It’s ingrained in our culture to fix things, to try to make everyone happy and see smiles on the faces of everyone around us. But life just isn’t that way all the time. In fact, life can often become very dark. Kate Merrick knows that fact all too well. At 8 ½ years old her daughter Daisy passed from this life after a prolonged fight with cancer. Cancer. In a child. Can you imagine? But Kate says she’s come to the place where she laughs without fear of the future… even though for a very long season during her darkest days of bitterness and grief, she couldn’t laugh at all and had plenty of fear. It’s an amazing story and Kate is an inspiring woman. You’ll be touched deeply by hearing her story.
We are just practicing, we don’t have to get it all right.
One thing Kate knows from her experience of grief is that there isn’t a “right” way to do it. It’s as different as the person who is experiencing it. So when it comes to grief, we need to be careful that we allow ourselves to grieve and that we do it in a way that is honest to us. Kate says, “We are just practicing, we don’t have to get it all right.” That applies to our times of grief as much as it applies to anything else. The honesty with which Kate shares in this episode is both startling and refreshing. She’s comfortable with the darkness and struggle she had to go through to grieve over her dearly loved daughter, and she’s comfortable with the fact that the sorrow over her loss will always be present. But she’s come out unafraid. She’s come out able to laugh again.
The only way to be comfortable with someone’s grief is to be uncomfortable along with them.
Grief is one of those things that makes us all uncomfortable. We understand it. We know it has to happen and want others to be able to process it – but not around us. It’s too uncomfortable. But it’s also uncomfortable for the one who’s experiencing it. Kate Merrick says that while she was loved very well as she traversed the darkest season of her life after her daughter died, she also grew weary of the discomfort others had about her grief. They didn’t say it. But she could see it. And she felt it deep in her own soul, too. Kate has some powerful advice for friends of friends who are suffering through the pangs of grief. Please, listen to this episode to hear what she says. It will serve you and those you love well.
Learning to walk through suffering through the gift of writing.
Kate’s family is the epitome of “unplugged.” They don’t own a TV (never have) and only Kate has a smartphone. They simply don’t want the constant barrage of communication and media in their lives, and they’ve loved the disconnected pace of life that decision has made possible. But after her daughter, Daisy was diagnosed with cancer, being connected became very much a necessity for Kate. She simply didn’t want to have to recount every doctor’s visit, every diagnosis, every procedure, to every person who asked – so she started a blog. She didn’t even know how it worked, she just typed – often while lying in bed, with one hand, on her phone. And she discovered that writing was a creative gift she’d not discovered up until that point – and though it served others by keeping them updated on Daisy’s progress, it also served Kate by helping her navigate her own thoughts and feelings. If you’ll take the time to hear her story, you’ll understand why her story is your story, only the characters are different.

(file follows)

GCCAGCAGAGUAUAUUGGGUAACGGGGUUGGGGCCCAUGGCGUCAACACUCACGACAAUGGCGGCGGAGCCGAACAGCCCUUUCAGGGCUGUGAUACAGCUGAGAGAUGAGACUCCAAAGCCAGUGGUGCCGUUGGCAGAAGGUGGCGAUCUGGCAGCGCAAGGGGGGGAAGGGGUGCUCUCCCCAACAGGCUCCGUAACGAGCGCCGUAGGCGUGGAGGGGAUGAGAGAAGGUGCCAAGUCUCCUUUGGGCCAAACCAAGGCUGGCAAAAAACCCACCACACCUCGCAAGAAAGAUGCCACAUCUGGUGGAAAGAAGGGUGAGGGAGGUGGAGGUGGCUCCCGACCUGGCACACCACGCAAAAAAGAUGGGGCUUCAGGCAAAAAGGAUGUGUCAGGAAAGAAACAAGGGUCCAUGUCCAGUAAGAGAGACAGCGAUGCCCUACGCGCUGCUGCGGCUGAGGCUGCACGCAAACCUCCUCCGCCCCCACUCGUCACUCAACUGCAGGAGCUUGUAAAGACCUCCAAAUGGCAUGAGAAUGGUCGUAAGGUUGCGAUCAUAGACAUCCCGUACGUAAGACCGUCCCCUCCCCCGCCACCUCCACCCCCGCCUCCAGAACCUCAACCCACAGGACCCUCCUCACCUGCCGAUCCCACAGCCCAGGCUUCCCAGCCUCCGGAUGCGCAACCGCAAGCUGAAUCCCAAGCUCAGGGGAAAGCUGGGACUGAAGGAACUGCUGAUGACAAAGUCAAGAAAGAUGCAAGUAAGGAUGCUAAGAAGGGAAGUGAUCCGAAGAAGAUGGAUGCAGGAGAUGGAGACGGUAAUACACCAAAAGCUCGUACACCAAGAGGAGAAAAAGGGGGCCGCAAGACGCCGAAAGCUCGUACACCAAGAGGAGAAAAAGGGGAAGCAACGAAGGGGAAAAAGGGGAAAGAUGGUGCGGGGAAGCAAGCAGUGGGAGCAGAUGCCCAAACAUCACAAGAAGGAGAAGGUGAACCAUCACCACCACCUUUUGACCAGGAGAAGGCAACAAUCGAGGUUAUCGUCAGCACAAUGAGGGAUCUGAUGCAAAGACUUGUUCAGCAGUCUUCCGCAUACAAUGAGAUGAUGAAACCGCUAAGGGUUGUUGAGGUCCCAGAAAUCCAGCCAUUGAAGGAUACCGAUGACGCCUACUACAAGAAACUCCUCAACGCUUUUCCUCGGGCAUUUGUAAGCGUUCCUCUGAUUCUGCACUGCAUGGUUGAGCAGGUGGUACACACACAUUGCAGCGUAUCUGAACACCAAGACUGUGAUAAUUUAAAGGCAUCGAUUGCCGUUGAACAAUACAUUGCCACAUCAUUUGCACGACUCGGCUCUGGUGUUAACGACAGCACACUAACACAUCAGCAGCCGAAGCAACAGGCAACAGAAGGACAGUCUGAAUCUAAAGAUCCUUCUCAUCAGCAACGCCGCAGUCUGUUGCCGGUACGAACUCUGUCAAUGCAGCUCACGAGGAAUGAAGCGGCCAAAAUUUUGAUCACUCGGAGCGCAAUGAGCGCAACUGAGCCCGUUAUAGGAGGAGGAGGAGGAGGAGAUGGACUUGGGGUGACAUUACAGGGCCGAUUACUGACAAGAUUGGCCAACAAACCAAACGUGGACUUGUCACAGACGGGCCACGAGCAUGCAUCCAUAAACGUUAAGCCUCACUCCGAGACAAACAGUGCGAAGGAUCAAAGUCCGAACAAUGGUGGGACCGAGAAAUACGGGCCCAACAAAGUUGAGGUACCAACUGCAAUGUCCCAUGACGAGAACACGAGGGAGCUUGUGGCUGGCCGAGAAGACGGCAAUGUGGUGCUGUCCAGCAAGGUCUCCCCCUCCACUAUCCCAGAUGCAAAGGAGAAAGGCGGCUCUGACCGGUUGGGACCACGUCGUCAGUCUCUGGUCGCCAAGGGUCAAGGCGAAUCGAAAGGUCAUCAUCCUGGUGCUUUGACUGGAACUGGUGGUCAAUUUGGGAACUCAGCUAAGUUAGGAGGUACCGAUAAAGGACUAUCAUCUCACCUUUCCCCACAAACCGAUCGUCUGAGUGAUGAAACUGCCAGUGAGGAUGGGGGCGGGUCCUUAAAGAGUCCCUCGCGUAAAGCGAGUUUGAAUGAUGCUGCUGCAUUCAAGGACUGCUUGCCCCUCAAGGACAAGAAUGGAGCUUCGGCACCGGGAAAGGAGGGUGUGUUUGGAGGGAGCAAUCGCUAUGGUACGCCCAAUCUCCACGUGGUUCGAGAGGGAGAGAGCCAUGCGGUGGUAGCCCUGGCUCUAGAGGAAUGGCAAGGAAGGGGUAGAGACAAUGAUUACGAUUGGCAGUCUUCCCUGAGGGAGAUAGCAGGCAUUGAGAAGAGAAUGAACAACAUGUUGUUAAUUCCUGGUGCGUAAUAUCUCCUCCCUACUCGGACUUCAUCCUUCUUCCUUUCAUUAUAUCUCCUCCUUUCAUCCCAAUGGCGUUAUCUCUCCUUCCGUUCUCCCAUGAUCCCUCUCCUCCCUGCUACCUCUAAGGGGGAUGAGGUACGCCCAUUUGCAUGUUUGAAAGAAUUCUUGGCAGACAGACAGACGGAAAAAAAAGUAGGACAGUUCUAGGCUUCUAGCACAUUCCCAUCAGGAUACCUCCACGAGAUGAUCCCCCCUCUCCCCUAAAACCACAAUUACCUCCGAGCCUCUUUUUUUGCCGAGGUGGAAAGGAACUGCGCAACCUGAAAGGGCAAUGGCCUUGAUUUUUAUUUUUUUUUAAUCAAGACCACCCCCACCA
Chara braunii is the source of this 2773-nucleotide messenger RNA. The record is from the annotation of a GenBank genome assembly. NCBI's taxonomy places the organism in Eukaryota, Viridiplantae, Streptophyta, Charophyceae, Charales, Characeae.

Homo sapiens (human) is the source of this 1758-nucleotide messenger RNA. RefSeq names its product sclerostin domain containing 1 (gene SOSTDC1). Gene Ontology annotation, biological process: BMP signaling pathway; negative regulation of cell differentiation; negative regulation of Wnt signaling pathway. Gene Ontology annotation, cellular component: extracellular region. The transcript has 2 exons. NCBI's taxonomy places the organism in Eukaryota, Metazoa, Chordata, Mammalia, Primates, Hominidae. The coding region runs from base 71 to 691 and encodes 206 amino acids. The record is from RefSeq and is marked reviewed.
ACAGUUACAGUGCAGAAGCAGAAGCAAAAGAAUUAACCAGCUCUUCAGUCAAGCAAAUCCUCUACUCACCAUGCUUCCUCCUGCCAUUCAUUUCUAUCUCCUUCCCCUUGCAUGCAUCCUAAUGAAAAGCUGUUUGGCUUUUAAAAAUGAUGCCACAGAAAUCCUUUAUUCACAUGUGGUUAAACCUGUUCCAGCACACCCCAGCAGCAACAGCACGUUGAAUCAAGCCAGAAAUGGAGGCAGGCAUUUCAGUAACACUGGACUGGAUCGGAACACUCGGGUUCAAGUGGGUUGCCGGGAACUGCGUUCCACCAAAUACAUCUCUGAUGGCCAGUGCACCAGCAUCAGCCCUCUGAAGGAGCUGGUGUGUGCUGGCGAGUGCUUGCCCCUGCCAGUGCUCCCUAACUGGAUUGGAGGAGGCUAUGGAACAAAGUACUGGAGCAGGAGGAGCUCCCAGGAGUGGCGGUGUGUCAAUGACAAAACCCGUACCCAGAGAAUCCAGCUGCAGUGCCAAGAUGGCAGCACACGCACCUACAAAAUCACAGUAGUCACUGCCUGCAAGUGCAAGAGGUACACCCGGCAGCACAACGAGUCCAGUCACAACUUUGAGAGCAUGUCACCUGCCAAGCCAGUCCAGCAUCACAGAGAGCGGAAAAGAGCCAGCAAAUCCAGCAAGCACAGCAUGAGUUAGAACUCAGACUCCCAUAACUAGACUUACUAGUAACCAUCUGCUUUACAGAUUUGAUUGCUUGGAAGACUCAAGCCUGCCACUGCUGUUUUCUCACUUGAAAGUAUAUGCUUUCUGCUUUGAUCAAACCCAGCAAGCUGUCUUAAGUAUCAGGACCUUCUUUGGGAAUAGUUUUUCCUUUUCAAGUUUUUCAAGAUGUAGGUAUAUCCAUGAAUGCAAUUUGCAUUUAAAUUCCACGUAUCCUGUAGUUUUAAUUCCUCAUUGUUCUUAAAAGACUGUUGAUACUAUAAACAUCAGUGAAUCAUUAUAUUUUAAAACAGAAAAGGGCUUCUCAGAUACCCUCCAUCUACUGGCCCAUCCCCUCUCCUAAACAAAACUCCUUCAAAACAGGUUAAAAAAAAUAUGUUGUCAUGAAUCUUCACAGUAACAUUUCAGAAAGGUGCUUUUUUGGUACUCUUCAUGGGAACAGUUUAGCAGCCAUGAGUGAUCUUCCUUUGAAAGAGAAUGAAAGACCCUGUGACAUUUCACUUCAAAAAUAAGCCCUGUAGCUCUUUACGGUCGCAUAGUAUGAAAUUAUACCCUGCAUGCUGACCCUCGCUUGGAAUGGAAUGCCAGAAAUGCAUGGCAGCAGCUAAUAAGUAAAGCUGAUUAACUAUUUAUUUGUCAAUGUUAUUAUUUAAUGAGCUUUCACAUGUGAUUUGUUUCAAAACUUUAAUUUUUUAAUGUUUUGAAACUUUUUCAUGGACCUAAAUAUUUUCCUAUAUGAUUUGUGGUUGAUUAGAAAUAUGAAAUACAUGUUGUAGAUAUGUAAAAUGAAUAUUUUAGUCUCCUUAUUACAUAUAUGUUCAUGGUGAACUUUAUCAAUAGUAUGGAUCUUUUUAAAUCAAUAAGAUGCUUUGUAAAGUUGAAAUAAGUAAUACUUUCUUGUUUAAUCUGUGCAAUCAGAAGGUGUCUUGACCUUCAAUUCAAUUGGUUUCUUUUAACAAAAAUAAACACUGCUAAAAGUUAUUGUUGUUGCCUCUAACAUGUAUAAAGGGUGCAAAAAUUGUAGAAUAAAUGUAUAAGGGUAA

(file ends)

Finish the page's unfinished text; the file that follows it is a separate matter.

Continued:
After the grief, she laughs without fear of the future. But she couldn’t have apart from the grief.
None of us want to experience the deep grief of losing a child, or spouse, or person close to us. But it’s likely going to happen at least one time in our lives. The loss of her 8 ½ year old daughter was tragic, yet it brought a newfound radiance to Kate’s world that was quite unexpected. She says after coming out of the darkness of bitterness and grief, the beauty of the world is brighter, the colors more vivid, the lines are sharper and more defined. And laughter is richer, more filled with joy than before. If all of that sounds strange to you, it’s a sign you should hear Kate’s entire story. What she’s been through provides the context and contrast that makes sense of such unbelievable statements. This conversation is a treasure. Be sure to listen.
Outline of this great episode
- [0:22] Why Kate is on the show: the issue of creativity in the midst of sorrow.
- [3:20] The story of Kate’s daughter Daisy becoming sick and passing away.
- [8:11] The surprising way Kate learned about her writing talent.
- [14:10] What happened in Kate’s darkest days and what came from it.
- [18:24] Why Kate chose to make her journey public when she didn’t have to.
- [20:48] What it took for Kate to be honest about her grief (going through darkness to light).
- [23:15] Facing her own bitterness through rereading an ancient story.
- [28:55] Kate’s description of her sorrow on the other side of the bitterness.
- [31:07] The fear tied to getting past the deepest sorrow.
- [36:09] What Kate advises to the friends of those who are grieving.
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